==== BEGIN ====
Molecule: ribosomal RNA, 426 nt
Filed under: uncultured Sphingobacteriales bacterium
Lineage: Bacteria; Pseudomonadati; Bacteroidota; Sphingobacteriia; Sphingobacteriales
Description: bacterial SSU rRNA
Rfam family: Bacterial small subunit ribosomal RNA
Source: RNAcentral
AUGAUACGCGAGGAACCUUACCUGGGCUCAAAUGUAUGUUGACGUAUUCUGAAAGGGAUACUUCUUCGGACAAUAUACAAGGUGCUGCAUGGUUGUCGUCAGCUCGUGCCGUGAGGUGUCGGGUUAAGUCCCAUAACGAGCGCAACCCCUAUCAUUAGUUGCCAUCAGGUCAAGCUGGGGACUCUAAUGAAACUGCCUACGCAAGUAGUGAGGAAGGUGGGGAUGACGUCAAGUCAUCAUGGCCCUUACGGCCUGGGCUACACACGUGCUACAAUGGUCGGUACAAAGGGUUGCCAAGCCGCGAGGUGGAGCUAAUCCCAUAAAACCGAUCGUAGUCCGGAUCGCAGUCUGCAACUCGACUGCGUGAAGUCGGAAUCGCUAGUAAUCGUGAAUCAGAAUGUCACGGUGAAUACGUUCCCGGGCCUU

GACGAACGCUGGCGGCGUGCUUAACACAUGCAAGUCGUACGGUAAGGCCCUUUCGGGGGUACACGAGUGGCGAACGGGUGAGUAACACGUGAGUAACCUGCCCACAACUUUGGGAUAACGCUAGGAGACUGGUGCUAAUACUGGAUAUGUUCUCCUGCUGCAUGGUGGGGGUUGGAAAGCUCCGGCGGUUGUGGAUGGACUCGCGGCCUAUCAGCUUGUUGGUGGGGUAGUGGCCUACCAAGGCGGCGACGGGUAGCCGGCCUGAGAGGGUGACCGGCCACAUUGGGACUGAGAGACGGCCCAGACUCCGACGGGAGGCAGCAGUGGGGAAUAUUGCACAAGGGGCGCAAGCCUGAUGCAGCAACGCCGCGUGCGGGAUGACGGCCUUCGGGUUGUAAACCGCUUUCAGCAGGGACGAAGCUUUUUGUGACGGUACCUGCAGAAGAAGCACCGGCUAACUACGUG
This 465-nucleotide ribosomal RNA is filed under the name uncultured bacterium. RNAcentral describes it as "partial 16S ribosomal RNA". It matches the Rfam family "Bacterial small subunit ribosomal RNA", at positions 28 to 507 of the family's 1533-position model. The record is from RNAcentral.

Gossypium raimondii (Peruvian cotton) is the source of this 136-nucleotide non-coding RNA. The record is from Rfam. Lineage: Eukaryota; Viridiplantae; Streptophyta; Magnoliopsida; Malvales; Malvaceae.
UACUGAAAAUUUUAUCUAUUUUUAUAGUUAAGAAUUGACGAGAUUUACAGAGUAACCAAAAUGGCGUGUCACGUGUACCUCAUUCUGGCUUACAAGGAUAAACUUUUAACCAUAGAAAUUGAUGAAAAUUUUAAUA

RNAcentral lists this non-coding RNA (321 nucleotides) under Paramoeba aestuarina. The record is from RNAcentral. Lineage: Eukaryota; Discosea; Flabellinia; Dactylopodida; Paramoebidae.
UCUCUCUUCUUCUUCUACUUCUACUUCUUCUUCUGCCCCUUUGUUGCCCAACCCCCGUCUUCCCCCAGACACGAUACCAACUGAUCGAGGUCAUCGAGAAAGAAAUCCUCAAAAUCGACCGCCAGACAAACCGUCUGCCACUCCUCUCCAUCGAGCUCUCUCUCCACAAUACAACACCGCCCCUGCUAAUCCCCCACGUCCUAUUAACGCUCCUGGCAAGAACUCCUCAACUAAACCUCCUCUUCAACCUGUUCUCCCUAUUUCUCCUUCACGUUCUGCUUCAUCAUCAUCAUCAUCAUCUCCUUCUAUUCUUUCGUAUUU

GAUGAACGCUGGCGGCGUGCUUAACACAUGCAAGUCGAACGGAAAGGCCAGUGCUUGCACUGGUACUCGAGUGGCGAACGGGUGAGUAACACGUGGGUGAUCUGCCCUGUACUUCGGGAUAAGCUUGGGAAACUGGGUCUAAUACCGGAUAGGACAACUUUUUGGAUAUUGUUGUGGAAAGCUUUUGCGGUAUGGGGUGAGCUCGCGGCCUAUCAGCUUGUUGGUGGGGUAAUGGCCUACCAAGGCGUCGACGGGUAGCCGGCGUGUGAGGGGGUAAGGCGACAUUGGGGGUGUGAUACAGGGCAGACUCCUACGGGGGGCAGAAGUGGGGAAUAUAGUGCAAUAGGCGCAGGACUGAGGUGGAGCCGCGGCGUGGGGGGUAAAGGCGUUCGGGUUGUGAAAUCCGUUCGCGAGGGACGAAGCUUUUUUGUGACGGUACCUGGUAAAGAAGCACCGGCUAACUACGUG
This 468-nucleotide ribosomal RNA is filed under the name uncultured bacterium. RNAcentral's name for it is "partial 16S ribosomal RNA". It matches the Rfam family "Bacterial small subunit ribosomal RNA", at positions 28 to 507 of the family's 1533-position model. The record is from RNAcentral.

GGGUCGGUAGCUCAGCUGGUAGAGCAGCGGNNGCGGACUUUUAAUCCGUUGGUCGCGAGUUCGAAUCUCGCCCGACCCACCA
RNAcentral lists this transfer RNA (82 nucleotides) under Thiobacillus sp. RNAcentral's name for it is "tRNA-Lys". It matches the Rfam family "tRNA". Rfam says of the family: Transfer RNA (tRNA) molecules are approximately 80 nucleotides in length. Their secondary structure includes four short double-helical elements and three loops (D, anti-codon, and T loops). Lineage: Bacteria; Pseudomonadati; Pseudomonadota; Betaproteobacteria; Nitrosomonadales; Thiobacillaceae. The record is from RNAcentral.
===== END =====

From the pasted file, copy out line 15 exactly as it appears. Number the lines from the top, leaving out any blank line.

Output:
This 468-nucleotide ribosomal RNA is filed under the name uncultured bacterium. RNAcentral's name for it is "partial 16S ribosomal RNA". It matches the Rfam family "Bacterial small subunit ribosomal RNA", at positions 28 to 507 of the family's 1533-position model. The record is from RNAcentral.